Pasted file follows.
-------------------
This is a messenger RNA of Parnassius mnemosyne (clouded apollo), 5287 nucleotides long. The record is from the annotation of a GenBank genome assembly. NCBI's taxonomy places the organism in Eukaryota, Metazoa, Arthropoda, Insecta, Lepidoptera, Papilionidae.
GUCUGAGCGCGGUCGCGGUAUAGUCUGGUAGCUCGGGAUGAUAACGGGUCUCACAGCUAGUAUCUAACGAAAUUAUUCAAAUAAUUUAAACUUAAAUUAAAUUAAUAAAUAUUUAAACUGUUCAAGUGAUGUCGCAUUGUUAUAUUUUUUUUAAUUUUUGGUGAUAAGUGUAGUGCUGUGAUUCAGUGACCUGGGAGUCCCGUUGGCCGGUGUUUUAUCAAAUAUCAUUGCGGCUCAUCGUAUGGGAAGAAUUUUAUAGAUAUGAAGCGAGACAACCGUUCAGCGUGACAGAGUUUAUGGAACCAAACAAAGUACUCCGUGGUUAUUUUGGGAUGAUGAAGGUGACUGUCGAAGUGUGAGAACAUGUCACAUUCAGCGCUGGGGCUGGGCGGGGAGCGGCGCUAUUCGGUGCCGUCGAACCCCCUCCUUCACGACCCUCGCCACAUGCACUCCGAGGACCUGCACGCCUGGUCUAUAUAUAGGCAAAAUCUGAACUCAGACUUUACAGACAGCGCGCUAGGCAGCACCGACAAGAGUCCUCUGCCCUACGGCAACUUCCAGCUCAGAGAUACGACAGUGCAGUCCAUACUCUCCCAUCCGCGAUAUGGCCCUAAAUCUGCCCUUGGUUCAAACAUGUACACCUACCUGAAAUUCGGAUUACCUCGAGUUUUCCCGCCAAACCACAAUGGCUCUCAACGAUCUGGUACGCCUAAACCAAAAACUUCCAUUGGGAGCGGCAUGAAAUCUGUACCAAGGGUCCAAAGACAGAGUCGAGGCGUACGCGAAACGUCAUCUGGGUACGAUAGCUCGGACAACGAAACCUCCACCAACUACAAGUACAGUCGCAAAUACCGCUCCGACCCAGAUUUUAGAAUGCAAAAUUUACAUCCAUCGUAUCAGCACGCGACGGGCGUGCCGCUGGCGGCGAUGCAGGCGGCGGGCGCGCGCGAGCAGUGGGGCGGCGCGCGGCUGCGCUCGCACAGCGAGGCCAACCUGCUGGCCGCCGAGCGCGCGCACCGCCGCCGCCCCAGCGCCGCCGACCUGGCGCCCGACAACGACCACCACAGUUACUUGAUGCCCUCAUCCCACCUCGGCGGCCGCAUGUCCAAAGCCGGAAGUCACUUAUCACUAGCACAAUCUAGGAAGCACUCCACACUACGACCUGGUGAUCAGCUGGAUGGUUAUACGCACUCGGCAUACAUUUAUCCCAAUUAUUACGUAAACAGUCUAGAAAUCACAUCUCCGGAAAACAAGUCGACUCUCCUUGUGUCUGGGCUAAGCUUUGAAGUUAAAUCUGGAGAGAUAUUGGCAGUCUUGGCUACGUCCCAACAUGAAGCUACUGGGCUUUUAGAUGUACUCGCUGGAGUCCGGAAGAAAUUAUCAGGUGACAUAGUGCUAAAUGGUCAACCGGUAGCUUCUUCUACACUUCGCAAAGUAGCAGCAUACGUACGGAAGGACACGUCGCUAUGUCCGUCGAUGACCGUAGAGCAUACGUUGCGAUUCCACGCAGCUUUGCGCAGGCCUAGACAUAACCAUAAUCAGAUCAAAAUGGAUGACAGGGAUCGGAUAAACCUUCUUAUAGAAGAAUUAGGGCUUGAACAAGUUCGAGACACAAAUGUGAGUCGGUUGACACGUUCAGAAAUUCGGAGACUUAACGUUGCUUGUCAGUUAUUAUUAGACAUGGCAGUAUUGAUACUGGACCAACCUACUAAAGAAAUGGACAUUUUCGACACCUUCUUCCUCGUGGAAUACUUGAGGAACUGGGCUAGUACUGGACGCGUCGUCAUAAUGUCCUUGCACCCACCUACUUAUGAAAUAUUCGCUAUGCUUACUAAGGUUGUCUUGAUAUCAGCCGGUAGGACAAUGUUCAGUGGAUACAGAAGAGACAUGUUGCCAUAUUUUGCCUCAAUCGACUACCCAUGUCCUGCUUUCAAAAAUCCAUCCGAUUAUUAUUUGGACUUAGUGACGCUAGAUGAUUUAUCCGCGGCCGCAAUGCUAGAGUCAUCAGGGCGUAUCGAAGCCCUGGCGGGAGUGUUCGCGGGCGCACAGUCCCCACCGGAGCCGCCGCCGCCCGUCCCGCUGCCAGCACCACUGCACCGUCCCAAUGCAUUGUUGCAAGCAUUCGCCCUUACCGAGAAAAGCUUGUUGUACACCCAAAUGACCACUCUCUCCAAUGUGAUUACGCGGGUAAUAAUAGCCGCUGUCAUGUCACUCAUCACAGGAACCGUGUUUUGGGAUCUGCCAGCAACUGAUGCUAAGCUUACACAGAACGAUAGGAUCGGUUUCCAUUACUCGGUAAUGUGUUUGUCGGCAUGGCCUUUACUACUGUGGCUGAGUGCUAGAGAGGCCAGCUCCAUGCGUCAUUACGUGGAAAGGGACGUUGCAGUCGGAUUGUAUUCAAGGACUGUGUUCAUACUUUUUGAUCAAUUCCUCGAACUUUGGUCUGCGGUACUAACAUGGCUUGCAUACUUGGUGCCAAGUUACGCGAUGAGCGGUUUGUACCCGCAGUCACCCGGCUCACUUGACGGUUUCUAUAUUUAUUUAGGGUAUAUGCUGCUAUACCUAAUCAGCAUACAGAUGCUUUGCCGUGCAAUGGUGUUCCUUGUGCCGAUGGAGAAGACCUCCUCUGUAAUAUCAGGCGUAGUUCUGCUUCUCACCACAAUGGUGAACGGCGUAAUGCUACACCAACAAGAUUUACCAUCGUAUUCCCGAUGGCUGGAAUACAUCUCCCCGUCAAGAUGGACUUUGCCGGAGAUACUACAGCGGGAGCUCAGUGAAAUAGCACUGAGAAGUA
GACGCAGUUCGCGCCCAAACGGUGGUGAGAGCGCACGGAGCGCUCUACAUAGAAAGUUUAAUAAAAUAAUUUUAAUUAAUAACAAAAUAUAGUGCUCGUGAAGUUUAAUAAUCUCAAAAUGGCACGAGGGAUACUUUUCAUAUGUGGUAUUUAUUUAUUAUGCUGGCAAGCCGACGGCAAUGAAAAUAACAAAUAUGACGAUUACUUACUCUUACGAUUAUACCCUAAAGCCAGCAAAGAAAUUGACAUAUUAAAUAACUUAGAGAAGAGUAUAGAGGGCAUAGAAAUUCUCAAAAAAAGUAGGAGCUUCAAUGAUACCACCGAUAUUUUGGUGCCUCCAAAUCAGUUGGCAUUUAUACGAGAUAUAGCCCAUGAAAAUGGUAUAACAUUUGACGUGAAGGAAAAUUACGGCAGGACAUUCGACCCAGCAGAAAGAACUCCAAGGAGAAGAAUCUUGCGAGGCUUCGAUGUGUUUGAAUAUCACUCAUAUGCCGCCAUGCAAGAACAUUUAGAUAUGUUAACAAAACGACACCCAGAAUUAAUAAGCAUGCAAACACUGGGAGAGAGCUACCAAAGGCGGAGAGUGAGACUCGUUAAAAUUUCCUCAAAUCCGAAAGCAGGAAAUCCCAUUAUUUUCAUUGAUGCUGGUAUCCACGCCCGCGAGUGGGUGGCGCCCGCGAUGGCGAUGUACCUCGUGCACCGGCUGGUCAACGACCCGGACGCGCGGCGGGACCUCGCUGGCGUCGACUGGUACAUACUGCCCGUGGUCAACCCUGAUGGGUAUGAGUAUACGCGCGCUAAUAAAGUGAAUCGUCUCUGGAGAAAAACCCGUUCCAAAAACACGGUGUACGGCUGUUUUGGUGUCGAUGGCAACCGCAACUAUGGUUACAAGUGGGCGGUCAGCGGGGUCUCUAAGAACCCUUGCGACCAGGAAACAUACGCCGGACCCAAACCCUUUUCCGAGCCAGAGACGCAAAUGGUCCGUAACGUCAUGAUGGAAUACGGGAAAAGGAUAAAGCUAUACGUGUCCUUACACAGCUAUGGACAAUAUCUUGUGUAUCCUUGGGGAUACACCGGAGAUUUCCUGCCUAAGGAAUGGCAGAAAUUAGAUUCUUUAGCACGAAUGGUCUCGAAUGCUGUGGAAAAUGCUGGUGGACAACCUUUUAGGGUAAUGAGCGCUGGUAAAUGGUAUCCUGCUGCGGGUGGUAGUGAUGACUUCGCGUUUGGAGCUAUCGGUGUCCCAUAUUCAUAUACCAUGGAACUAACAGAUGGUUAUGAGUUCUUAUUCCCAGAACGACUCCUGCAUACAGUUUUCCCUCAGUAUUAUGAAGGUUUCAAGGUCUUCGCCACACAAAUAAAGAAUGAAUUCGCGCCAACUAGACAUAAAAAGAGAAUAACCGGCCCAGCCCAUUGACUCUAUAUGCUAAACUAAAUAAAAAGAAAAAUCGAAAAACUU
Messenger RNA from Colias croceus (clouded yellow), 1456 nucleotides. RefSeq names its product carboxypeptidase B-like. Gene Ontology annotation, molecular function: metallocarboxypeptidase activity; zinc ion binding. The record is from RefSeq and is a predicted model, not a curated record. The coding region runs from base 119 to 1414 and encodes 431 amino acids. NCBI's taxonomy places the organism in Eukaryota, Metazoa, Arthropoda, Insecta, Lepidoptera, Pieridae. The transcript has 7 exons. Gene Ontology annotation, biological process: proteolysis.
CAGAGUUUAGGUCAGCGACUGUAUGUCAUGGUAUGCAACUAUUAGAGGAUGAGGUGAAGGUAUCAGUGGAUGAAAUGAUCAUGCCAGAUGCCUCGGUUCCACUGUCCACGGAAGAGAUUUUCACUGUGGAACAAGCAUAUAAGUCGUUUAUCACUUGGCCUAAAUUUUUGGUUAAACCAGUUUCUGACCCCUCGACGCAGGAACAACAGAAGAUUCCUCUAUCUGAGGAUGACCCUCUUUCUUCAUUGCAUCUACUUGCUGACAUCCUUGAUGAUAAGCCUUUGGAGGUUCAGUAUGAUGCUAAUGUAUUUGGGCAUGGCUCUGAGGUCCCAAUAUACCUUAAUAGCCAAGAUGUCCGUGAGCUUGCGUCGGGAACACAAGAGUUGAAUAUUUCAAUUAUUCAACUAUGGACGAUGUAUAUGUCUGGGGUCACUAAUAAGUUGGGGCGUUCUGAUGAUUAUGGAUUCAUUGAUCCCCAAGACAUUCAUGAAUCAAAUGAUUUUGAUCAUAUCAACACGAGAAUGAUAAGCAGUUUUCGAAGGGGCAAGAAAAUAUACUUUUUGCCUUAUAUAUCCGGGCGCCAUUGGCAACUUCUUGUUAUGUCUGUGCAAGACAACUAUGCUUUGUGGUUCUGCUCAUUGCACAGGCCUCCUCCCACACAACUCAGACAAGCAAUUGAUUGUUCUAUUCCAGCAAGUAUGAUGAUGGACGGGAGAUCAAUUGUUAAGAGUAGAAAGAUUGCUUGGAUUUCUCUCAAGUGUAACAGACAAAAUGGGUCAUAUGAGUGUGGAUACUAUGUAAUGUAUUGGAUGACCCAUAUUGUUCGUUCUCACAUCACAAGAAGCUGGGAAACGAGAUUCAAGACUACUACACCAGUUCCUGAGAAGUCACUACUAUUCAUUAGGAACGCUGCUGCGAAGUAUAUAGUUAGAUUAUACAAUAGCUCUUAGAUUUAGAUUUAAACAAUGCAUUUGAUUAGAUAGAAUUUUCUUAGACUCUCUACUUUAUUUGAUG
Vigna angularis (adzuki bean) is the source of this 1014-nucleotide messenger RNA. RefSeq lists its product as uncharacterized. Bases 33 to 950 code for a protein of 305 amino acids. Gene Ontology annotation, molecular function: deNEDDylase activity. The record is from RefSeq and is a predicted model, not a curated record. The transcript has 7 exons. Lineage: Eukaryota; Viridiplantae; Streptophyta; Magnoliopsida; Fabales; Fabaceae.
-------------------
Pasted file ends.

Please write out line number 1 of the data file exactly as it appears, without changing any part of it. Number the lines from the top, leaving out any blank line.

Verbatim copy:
This is a messenger RNA of Parnassius mnemosyne (clouded apollo), 5287 nucleotides long. The record is from the annotation of a GenBank genome assembly. NCBI's taxonomy places the organism in Eukaryota, Metazoa, Arthropoda, Insecta, Lepidoptera, Papilionidae.